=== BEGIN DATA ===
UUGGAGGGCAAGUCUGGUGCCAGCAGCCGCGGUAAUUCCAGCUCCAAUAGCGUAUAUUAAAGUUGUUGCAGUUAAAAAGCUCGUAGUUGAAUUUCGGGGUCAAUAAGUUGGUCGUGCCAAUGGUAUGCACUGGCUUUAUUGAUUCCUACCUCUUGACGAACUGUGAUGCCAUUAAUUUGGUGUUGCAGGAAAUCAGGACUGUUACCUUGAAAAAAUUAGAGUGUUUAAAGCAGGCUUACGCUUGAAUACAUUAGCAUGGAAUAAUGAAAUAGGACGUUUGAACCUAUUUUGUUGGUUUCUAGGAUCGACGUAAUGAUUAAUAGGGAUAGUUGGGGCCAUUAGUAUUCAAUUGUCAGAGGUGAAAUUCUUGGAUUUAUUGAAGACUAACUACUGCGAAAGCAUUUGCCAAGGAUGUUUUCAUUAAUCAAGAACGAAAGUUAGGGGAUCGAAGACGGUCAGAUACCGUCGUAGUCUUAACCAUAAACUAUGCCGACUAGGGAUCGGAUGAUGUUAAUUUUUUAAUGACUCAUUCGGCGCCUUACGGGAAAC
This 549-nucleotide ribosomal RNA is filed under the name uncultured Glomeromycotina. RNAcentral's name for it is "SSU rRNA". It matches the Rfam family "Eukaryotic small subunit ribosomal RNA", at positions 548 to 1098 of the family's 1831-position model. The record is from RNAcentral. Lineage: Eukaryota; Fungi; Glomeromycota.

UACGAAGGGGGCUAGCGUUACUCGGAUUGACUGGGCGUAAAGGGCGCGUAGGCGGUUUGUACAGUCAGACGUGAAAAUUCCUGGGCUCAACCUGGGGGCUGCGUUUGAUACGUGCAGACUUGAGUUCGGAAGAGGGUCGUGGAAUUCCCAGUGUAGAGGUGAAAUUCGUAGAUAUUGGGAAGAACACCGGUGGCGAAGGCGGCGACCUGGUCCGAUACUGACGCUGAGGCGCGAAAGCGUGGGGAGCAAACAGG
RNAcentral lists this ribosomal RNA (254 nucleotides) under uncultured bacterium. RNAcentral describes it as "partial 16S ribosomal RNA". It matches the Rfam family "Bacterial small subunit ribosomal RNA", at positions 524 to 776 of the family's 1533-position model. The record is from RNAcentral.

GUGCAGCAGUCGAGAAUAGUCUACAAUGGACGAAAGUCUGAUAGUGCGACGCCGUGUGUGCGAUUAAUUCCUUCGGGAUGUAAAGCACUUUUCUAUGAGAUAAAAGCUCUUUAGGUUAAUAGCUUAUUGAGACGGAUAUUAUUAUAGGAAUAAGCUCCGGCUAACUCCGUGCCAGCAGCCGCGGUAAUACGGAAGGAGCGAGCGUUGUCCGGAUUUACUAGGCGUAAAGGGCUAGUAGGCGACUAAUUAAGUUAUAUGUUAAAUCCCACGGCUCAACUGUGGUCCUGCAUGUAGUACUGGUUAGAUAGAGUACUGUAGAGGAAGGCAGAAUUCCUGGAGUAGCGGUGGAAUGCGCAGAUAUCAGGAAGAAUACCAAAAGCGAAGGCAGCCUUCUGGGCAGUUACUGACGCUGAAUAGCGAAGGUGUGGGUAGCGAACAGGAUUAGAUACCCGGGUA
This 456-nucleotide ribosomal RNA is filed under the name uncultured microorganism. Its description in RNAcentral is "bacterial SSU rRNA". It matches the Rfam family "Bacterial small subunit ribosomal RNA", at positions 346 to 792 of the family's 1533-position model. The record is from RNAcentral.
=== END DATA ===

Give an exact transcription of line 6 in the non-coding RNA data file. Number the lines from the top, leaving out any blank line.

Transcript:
This 456-nucleotide ribosomal RNA is filed under the name uncultured microorganism. Its description in RNAcentral is "bacterial SSU rRNA". It matches the Rfam family "Bacterial small subunit ribosomal RNA", at positions 346 to 792 of the family's 1533-position model. The record is from RNAcentral.